September 10, 2014 by AK
Masha Gessen’s review of two books on Russian demography in the NYRB begins with her account of a personal experience from the 1990s:
People—men and women—were falling, or perhaps jumping, off trains and out of windows; asphyxiating in country houses with faulty wood stoves or in apartments with jammed front-door locks; getting hit by cars that sped through quiet courtyards or plowed down groups of people on a sidewalk; drowning as a result of diving drunk into a lake or ignoring sea-storm warnings or for no apparent reason; poisoning themselves with too much alcohol, counterfeit alcohol, alcohol substitutes, or drugs; and, finally, dropping dead at absurdly early ages from heart attacks and strokes.
In his riposte in Forbes, Mark Adomanis does little to address the inescapable feeling Gessen attempts to communicate – the sense of Russians dying “before [their] time is due”. Gessen is hardly the only person of her age to detect that sad phenomenon from first-hand experience. Adomanis, who is much younger (1965 vs 1984 or 85) merely claims that Gessen’s evidence is outdated – that things have changed.
Perhaps they have, but where can I find data for that specific cohort, the “everybody” of Gessen’s review – let’s say inhabitants of Central Russia born in the 1950s through the 1970s? Have they stopped dying, or is their evanescence merely obscured by some other group of (younger?) Russians multiplying happily?
Adomanis prefers to speak about Russia as a whole and believes that Gessen is ignoring recent trends: Russia is no longer “dying”. That’s missing the point. First, Gessen’s piece is a book review and has to rely on the data in the books under review, somewhat outdated as good research takes time to edit and publish. Second, the most recent population data suggests that Central Russia is still dying out, although at a lower rate than 10 years ago. To put it differently, natural population growth in Central Russia remains negative, although the decline has considerably slowed down since 2005.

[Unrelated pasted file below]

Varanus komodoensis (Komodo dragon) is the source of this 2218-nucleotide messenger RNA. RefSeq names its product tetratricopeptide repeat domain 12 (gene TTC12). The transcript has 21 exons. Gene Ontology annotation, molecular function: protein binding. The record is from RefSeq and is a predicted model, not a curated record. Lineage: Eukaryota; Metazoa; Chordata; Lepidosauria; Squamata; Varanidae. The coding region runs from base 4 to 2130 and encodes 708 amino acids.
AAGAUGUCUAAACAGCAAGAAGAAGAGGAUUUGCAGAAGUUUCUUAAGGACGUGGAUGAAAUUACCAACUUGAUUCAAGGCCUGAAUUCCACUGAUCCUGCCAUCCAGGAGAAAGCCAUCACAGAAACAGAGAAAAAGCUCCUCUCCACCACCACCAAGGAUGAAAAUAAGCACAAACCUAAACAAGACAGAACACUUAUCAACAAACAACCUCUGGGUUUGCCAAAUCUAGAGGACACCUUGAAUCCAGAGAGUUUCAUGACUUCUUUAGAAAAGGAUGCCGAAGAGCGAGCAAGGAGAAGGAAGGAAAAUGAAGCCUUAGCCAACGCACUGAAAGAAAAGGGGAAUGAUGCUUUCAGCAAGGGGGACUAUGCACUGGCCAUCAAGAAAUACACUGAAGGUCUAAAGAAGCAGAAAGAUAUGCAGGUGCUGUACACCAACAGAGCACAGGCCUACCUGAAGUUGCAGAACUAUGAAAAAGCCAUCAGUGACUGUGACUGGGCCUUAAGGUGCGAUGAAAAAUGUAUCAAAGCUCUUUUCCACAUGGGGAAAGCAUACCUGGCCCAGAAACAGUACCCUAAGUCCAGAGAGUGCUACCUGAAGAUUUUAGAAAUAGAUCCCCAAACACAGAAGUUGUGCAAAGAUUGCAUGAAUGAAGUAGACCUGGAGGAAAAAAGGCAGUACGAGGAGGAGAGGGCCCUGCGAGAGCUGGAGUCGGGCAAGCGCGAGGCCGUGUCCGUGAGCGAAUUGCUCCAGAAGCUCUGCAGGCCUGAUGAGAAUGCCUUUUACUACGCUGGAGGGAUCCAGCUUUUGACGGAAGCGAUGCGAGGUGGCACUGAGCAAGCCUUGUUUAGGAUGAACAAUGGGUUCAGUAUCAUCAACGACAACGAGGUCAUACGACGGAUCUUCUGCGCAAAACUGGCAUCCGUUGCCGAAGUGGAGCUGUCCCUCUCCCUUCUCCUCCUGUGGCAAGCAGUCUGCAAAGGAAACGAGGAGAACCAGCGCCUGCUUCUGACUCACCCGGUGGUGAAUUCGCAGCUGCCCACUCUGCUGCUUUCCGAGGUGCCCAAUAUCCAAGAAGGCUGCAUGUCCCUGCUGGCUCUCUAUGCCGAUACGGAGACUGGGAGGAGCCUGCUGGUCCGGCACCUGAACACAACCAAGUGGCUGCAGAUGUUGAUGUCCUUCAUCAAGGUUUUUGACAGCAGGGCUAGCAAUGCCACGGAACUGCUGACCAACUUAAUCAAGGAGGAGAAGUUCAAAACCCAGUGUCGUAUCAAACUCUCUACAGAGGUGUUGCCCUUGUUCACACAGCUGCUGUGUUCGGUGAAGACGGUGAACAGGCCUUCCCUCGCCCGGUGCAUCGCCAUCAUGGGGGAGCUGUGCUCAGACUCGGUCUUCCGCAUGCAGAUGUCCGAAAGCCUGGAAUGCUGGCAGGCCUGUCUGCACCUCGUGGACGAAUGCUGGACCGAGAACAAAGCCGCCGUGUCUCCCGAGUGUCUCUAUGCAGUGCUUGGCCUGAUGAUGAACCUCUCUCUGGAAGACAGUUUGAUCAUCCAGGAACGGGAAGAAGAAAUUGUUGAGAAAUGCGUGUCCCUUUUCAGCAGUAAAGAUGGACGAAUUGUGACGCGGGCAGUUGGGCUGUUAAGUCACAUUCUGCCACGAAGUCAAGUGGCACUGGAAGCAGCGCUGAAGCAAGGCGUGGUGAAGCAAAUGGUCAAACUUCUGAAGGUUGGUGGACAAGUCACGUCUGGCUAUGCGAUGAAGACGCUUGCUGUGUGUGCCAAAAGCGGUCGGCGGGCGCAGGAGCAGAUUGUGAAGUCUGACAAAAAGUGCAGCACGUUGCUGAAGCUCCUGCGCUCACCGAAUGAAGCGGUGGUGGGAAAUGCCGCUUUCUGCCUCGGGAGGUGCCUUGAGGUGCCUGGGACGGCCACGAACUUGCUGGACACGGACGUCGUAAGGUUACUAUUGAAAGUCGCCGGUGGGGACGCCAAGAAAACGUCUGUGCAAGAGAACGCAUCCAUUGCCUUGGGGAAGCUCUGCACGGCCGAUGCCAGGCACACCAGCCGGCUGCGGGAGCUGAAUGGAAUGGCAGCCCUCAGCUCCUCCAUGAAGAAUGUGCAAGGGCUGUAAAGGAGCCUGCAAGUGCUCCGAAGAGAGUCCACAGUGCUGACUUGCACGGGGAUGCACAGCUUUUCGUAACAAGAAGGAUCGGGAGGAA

The rest of this post is a closer look at some demographic data for 2004-14. Russia’s state statistics service maintains a useful free database at gks.ru, which I recommend to anyone with an interest in Russia and some knowledge of the language. I am suspicious of population estimates between censuses because interregional migration is difficult to assess but I trust their data on organic, or natural, population growth because vital records are probably kept with reasonable accuracy across the country.
According to gks.ru, Russia’s population started growing, year over year, in 2009 but only because of immigration as the natural growth rate remained negative. It was only in 2013 that both total and organic growth turned positive, although the organic increment made up only 8% of total population growth. But how was it distributed geographically?
The tables below summarize my calculations from gks.ru data. I have looked at four large parts of Russia. The first is “the Core” or “the Center”: in this Wiki map, it is districts 1, 5, and 6, that is the Central, Volga, and Northwestern federal districts. Then comes “the East”: the Urals, Siberian and Far Eastern districts, coded 2, 3, 4 on the map. Next, “the South”: for my purposes it is the Southern district of Russia (number 7) plus the Stavropol kray, region 49 on the map, whose settlement history and ethnic makeup are closer to Krasnodar in the Southern district than to North Caucasian republics. Finally, “North Caucasus” is the North Caucasian federal district (8) without the Stavropol kray.
Two things are clear: the natural growth trend has been positive in the Center, East and South since 2010 but the population of Central Russia is still declining: no longer at the rate of 600k+ per year as in 2004-5, but by a hardly intangible 125k in 2013, of which 90k was contributed by the Central federal district. The South got close to zero growth in 2013 but was still technically in the red. The East has been growing, propelled by the Urals, since 2009 – but not enough to offset the dying Center. Without the Northern Caucasus, Russia’s organic population change would have been negative in 2013.
Natural growth in the North Caucasus peaked in 2011 and has edged down slightly since, in contrast to the other three areas, but it remains incredibly high by Russian standards. In per mille terms, it was 12.5 in 2013, way ahead of 2.7 in the Urals and 1.9 in the whole East, to say nothing of the declining areas. It cannot be said that all of Russia’s organic population growth is due to the Caucasus, but that underindustrialized peripheral area with less than 5% of total population is contributing more to population growth than the whole area from the Urals to the Pacific with 26% of total.
I have also looked at the preliminary data for January-July 2014. The Center looks set to lose about 100k in 2014. On the other hand, the positive trend is still here. The negative 7-month totals are due to seasonality: December through May see more deaths than June through November, with January leading the death count.